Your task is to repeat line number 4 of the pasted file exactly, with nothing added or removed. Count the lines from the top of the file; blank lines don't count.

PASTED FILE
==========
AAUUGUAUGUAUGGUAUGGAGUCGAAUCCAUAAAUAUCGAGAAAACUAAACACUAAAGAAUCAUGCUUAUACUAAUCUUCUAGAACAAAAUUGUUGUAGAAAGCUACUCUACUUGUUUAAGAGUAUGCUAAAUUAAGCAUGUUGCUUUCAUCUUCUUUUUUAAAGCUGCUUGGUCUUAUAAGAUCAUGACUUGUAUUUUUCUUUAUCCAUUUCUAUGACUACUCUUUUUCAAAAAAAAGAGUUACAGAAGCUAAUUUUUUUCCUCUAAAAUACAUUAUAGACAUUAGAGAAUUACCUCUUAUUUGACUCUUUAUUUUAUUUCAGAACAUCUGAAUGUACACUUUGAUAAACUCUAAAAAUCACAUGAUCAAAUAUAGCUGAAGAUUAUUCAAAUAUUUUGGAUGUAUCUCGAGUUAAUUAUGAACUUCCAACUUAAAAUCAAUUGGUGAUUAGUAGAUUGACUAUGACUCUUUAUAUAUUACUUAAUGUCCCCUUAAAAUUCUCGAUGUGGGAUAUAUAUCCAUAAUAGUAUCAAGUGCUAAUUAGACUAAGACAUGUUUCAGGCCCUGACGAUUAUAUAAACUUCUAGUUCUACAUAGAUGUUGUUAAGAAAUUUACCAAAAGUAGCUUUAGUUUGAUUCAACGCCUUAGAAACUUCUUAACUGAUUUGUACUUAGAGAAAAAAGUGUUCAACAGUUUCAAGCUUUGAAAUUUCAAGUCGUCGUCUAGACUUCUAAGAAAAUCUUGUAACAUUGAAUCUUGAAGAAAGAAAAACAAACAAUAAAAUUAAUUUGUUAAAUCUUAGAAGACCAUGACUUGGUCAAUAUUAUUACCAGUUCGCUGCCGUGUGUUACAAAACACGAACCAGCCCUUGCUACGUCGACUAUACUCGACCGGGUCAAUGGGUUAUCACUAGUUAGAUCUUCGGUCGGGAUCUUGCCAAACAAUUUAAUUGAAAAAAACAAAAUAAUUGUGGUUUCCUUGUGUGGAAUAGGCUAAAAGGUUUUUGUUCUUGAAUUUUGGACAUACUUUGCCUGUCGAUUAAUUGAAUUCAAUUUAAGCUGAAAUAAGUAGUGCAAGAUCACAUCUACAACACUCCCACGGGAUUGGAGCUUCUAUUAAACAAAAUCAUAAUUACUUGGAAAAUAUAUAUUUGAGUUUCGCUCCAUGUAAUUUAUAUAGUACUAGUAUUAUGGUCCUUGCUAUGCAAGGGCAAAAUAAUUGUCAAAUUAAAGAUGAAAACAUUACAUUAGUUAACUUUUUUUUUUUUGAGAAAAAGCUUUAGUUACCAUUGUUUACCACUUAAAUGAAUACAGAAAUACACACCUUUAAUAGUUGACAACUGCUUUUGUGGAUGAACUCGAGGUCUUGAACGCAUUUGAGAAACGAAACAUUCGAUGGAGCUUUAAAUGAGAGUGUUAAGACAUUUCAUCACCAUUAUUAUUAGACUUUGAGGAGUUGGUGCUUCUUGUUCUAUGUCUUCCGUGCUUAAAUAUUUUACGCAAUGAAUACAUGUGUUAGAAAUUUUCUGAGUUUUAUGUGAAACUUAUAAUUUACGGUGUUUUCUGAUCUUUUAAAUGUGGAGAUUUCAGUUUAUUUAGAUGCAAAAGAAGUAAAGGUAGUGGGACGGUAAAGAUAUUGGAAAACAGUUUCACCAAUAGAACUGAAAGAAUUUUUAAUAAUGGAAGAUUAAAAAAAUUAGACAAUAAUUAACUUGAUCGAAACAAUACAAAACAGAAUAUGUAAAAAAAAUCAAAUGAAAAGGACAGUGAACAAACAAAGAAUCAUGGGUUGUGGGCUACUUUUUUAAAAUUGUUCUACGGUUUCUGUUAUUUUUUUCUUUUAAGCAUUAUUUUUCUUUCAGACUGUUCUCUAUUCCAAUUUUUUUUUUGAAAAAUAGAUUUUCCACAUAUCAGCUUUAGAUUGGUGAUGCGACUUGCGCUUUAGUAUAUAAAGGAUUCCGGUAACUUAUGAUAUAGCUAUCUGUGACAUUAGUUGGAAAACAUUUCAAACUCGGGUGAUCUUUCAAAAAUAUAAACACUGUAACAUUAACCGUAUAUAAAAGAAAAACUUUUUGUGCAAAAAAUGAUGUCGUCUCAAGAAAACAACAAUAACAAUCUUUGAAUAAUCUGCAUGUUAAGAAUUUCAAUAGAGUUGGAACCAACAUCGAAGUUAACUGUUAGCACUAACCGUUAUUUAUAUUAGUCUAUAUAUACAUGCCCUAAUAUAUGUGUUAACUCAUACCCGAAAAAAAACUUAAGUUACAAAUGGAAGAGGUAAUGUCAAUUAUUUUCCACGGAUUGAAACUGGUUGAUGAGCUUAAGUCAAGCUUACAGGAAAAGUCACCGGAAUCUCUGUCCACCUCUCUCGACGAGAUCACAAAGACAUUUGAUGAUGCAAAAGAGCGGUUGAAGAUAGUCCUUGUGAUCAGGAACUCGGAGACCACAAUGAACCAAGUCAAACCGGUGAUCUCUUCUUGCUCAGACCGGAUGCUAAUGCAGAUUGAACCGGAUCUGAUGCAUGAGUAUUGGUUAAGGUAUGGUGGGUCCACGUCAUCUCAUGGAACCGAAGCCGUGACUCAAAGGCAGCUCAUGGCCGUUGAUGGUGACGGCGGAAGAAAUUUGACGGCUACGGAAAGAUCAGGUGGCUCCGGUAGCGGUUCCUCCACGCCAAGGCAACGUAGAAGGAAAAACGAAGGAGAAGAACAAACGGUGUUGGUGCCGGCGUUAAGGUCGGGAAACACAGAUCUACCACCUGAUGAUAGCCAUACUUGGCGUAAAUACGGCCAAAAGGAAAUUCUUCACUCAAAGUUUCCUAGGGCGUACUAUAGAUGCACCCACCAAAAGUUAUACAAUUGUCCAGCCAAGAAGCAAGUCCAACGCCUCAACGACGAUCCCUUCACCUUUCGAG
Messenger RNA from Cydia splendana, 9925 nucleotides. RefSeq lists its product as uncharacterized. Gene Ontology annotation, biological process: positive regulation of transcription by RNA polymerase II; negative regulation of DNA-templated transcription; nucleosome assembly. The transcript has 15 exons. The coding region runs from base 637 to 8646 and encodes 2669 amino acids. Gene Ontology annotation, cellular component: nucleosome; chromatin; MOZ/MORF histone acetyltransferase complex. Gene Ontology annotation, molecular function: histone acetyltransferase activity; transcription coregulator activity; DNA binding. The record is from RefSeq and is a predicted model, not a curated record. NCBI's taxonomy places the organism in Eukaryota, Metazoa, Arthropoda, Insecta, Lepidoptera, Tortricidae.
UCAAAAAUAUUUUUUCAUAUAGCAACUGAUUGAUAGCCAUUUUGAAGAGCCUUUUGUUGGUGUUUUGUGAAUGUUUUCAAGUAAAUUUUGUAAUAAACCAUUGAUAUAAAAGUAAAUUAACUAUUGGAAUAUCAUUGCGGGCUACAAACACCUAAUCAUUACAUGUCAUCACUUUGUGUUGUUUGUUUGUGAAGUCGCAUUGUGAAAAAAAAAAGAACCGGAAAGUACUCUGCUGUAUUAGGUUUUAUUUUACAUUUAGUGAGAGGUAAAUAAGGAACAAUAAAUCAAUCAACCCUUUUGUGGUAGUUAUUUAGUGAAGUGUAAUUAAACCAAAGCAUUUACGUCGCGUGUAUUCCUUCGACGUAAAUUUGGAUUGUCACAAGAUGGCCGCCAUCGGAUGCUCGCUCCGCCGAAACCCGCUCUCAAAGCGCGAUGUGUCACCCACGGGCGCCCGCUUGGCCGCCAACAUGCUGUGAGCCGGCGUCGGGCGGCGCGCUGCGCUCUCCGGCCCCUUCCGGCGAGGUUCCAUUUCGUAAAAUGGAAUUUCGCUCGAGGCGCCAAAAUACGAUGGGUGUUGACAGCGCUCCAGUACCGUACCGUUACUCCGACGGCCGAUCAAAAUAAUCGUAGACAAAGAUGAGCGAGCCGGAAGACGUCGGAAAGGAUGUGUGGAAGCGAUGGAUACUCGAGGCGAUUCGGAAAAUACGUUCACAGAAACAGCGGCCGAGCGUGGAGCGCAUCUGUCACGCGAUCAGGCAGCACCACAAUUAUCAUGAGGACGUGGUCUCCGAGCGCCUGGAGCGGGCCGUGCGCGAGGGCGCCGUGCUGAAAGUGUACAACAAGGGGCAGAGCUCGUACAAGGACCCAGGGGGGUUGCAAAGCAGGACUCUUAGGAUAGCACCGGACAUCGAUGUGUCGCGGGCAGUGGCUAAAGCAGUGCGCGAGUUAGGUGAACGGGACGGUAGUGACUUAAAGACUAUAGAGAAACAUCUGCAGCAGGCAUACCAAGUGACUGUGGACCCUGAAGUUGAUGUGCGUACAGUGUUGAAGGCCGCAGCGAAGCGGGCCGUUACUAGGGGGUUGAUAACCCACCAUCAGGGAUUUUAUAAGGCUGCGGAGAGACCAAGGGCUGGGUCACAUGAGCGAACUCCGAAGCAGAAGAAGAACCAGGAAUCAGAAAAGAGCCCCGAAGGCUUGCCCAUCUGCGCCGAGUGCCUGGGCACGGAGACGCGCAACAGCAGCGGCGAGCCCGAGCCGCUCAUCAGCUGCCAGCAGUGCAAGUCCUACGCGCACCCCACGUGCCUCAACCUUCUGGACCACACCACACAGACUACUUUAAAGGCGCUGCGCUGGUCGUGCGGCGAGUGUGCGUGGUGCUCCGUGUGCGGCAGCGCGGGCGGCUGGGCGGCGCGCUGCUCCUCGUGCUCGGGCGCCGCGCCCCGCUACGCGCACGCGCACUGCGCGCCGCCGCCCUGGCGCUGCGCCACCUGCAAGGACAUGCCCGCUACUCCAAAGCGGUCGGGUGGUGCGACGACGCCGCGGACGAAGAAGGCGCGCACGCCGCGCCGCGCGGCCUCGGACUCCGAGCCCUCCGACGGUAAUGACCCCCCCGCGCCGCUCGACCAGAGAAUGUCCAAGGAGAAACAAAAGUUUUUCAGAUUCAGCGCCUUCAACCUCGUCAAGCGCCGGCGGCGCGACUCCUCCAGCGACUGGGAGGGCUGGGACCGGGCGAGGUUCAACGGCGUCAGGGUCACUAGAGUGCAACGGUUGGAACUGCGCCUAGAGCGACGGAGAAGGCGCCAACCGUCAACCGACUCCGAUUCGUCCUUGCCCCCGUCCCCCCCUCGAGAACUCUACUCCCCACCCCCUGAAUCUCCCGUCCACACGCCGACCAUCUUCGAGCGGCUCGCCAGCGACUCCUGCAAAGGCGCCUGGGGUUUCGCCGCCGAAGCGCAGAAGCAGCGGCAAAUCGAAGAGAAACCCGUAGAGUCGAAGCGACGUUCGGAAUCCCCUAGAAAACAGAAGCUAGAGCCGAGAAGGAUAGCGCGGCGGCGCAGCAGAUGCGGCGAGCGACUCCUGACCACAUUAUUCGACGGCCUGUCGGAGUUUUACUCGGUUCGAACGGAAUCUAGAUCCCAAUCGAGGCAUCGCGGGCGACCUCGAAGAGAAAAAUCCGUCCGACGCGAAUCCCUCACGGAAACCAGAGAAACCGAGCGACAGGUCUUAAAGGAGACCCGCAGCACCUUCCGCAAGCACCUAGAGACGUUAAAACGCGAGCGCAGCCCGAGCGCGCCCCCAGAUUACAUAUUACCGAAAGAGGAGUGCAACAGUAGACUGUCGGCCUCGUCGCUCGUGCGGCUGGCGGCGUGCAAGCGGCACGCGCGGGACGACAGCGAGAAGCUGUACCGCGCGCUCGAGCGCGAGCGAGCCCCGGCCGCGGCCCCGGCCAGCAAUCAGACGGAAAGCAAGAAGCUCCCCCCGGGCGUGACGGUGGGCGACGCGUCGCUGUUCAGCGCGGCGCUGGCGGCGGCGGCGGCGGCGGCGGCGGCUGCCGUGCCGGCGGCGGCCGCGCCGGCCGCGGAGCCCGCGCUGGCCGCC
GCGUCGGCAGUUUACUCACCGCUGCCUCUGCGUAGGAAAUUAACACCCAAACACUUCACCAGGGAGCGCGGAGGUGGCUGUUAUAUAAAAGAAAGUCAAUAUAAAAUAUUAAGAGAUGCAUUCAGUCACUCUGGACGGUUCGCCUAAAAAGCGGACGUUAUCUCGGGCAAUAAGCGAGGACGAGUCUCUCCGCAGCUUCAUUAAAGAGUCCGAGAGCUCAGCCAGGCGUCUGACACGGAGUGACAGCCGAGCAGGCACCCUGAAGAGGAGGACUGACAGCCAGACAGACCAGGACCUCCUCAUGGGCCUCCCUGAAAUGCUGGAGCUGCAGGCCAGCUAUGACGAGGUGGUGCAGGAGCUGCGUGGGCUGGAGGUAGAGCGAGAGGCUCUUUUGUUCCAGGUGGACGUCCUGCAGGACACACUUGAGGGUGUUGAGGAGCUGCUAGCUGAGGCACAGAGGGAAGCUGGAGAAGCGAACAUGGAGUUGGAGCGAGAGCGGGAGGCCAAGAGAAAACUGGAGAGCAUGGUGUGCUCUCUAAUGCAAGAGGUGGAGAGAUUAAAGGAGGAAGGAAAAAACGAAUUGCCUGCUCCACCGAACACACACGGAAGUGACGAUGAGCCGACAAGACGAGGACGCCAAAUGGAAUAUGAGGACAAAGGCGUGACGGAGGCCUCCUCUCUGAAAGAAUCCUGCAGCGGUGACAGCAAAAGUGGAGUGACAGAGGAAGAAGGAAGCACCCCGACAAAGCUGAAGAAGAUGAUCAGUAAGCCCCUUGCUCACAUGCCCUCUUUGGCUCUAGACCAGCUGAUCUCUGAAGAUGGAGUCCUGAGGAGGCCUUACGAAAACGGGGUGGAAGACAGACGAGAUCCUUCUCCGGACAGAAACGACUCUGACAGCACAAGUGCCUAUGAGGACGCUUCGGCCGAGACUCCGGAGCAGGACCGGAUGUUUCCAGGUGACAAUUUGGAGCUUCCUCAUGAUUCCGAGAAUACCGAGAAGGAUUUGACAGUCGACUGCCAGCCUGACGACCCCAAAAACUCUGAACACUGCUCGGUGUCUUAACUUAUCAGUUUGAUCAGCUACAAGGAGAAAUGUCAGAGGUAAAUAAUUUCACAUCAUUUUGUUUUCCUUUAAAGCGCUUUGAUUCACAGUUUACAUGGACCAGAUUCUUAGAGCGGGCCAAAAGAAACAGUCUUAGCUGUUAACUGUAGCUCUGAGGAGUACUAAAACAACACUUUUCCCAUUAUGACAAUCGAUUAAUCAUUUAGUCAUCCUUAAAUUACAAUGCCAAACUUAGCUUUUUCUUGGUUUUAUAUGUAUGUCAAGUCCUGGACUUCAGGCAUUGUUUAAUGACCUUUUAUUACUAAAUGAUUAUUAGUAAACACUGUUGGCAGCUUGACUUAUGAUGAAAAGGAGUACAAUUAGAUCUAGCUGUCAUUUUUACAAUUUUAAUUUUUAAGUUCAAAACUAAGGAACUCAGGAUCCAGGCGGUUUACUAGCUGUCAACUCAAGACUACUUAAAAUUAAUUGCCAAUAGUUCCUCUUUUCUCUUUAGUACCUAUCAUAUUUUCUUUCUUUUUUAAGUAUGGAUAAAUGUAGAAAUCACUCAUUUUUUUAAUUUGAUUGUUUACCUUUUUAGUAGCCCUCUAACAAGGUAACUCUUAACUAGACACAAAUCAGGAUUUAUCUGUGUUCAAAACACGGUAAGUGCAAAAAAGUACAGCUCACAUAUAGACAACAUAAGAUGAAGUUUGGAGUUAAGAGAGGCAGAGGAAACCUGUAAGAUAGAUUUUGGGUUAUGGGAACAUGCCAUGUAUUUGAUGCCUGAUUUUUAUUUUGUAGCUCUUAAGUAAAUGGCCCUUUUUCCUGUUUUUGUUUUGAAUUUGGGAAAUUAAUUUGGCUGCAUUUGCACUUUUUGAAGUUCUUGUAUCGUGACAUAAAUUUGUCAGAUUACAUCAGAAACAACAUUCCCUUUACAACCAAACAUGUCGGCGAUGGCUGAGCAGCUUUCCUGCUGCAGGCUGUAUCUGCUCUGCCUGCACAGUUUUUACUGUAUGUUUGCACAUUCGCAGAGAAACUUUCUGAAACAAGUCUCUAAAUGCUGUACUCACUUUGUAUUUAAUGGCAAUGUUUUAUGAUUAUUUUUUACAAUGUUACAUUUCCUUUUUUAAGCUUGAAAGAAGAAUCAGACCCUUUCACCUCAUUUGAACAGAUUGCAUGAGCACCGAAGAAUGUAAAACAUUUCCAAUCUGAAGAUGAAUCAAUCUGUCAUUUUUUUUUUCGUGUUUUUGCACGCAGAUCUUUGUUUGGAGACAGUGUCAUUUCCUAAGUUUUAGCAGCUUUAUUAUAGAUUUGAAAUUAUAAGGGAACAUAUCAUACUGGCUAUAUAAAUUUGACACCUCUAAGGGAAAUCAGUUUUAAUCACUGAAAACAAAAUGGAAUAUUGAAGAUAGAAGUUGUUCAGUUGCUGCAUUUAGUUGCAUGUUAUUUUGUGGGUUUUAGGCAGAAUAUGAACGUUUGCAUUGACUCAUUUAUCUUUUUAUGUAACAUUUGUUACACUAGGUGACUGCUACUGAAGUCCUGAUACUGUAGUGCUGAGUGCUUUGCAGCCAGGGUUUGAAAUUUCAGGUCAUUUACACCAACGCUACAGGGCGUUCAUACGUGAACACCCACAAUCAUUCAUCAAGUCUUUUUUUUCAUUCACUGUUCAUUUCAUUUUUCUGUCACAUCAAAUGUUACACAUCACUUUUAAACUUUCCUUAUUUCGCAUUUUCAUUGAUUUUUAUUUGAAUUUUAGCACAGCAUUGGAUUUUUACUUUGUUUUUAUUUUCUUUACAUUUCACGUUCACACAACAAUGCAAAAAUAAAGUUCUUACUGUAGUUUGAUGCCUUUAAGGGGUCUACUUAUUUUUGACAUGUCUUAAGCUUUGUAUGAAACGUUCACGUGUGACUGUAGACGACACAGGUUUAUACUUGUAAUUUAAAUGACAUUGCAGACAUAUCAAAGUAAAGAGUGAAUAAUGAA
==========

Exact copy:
GCGUCGGCAGUUUACUCACCGCUGCCUCUGCGUAGGAAAUUAACACCCAAACACUUCACCAGGGAGCGCGGAGGUGGCUGUUAUAUAAAAGAAAGUCAAUAUAAAAUAUUAAGAGAUGCAUUCAGUCACUCUGGACGGUUCGCCUAAAAAGCGGACGUUAUCUCGGGCAAUAAGCGAGGACGAGUCUCUCCGCAGCUUCAUUAAAGAGUCCGAGAGCUCAGCCAGGCGUCUGACACGGAGUGACAGCCGAGCAGGCACCCUGAAGAGGAGGACUGACAGCCAGACAGACCAGGACCUCCUCAUGGGCCUCCCUGAAAUGCUGGAGCUGCAGGCCAGCUAUGACGAGGUGGUGCAGGAGCUGCGUGGGCUGGAGGUAGAGCGAGAGGCUCUUUUGUUCCAGGUGGACGUCCUGCAGGACACACUUGAGGGUGUUGAGGAGCUGCUAGCUGAGGCACAGAGGGAAGCUGGAGAAGCGAACAUGGAGUUGGAGCGAGAGCGGGAGGCCAAGAGAAAACUGGAGAGCAUGGUGUGCUCUCUAAUGCAAGAGGUGGAGAGAUUAAAGGAGGAAGGAAAAAACGAAUUGCCUGCUCCACCGAACACACACGGAAGUGACGAUGAGCCGACAAGACGAGGACGCCAAAUGGAAUAUGAGGACAAAGGCGUGACGGAGGCCUCCUCUCUGAAAGAAUCCUGCAGCGGUGACAGCAAAAGUGGAGUGACAGAGGAAGAAGGAAGCACCCCGACAAAGCUGAAGAAGAUGAUCAGUAAGCCCCUUGCUCACAUGCCCUCUUUGGCUCUAGACCAGCUGAUCUCUGAAGAUGGAGUCCUGAGGAGGCCUUACGAAAACGGGGUGGAAGACAGACGAGAUCCUUCUCCGGACAGAAACGACUCUGACAGCACAAGUGCCUAUGAGGACGCUUCGGCCGAGACUCCGGAGCAGGACCGGAUGUUUCCAGGUGACAAUUUGGAGCUUCCUCAUGAUUCCGAGAAUACCGAGAAGGAUUUGACAGUCGACUGCCAGCCUGACGACCCCAAAAACUCUGAACACUGCUCGGUGUCUUAACUUAUCAGUUUGAUCAGCUACAAGGAGAAAUGUCAGAGGUAAAUAAUUUCACAUCAUUUUGUUUUCCUUUAAAGCGCUUUGAUUCACAGUUUACAUGGACCAGAUUCUUAGAGCGGGCCAAAAGAAACAGUCUUAGCUGUUAACUGUAGCUCUGAGGAGUACUAAAACAACACUUUUCCCAUUAUGACAAUCGAUUAAUCAUUUAGUCAUCCUUAAAUUACAAUGCCAAACUUAGCUUUUUCUUGGUUUUAUAUGUAUGUCAAGUCCUGGACUUCAGGCAUUGUUUAAUGACCUUUUAUUACUAAAUGAUUAUUAGUAAACACUGUUGGCAGCUUGACUUAUGAUGAAAAGGAGUACAAUUAGAUCUAGCUGUCAUUUUUACAAUUUUAAUUUUUAAGUUCAAAACUAAGGAACUCAGGAUCCAGGCGGUUUACUAGCUGUCAACUCAAGACUACUUAAAAUUAAUUGCCAAUAGUUCCUCUUUUCUCUUUAGUACCUAUCAUAUUUUCUUUCUUUUUUAAGUAUGGAUAAAUGUAGAAAUCACUCAUUUUUUUAAUUUGAUUGUUUACCUUUUUAGUAGCCCUCUAACAAGGUAACUCUUAACUAGACACAAAUCAGGAUUUAUCUGUGUUCAAAACACGGUAAGUGCAAAAAAGUACAGCUCACAUAUAGACAACAUAAGAUGAAGUUUGGAGUUAAGAGAGGCAGAGGAAACCUGUAAGAUAGAUUUUGGGUUAUGGGAACAUGCCAUGUAUUUGAUGCCUGAUUUUUAUUUUGUAGCUCUUAAGUAAAUGGCCCUUUUUCCUGUUUUUGUUUUGAAUUUGGGAAAUUAAUUUGGCUGCAUUUGCACUUUUUGAAGUUCUUGUAUCGUGACAUAAAUUUGUCAGAUUACAUCAGAAACAACAUUCCCUUUACAACCAAACAUGUCGGCGAUGGCUGAGCAGCUUUCCUGCUGCAGGCUGUAUCUGCUCUGCCUGCACAGUUUUUACUGUAUGUUUGCACAUUCGCAGAGAAACUUUCUGAAACAAGUCUCUAAAUGCUGUACUCACUUUGUAUUUAAUGGCAAUGUUUUAUGAUUAUUUUUUACAAUGUUACAUUUCCUUUUUUAAGCUUGAAAGAAGAAUCAGACCCUUUCACCUCAUUUGAACAGAUUGCAUGAGCACCGAAGAAUGUAAAACAUUUCCAAUCUGAAGAUGAAUCAAUCUGUCAUUUUUUUUUUCGUGUUUUUGCACGCAGAUCUUUGUUUGGAGACAGUGUCAUUUCCUAAGUUUUAGCAGCUUUAUUAUAGAUUUGAAAUUAUAAGGGAACAUAUCAUACUGGCUAUAUAAAUUUGACACCUCUAAGGGAAAUCAGUUUUAAUCACUGAAAACAAAAUGGAAUAUUGAAGAUAGAAGUUGUUCAGUUGCUGCAUUUAGUUGCAUGUUAUUUUGUGGGUUUUAGGCAGAAUAUGAACGUUUGCAUUGACUCAUUUAUCUUUUUAUGUAACAUUUGUUACACUAGGUGACUGCUACUGAAGUCCUGAUACUGUAGUGCUGAGUGCUUUGCAGCCAGGGUUUGAAAUUUCAGGUCAUUUACACCAACGCUACAGGGCGUUCAUACGUGAACACCCACAAUCAUUCAUCAAGUCUUUUUUUUCAUUCACUGUUCAUUUCAUUUUUCUGUCACAUCAAAUGUUACACAUCACUUUUAAACUUUCCUUAUUUCGCAUUUUCAUUGAUUUUUAUUUGAAUUUUAGCACAGCAUUGGAUUUUUACUUUGUUUUUAUUUUCUUUACAUUUCACGUUCACACAACAAUGCAAAAAUAAAGUUCUUACUGUAGUUUGAUGCCUUUAAGGGGUCUACUUAUUUUUGACAUGUCUUAAGCUUUGUAUGAAACGUUCACGUGUGACUGUAGACGACACAGGUUUAUACUUGUAAUUUAAAUGACAUUGCAGACAUAUCAAAGUAAAGAGUGAAUAAUGAA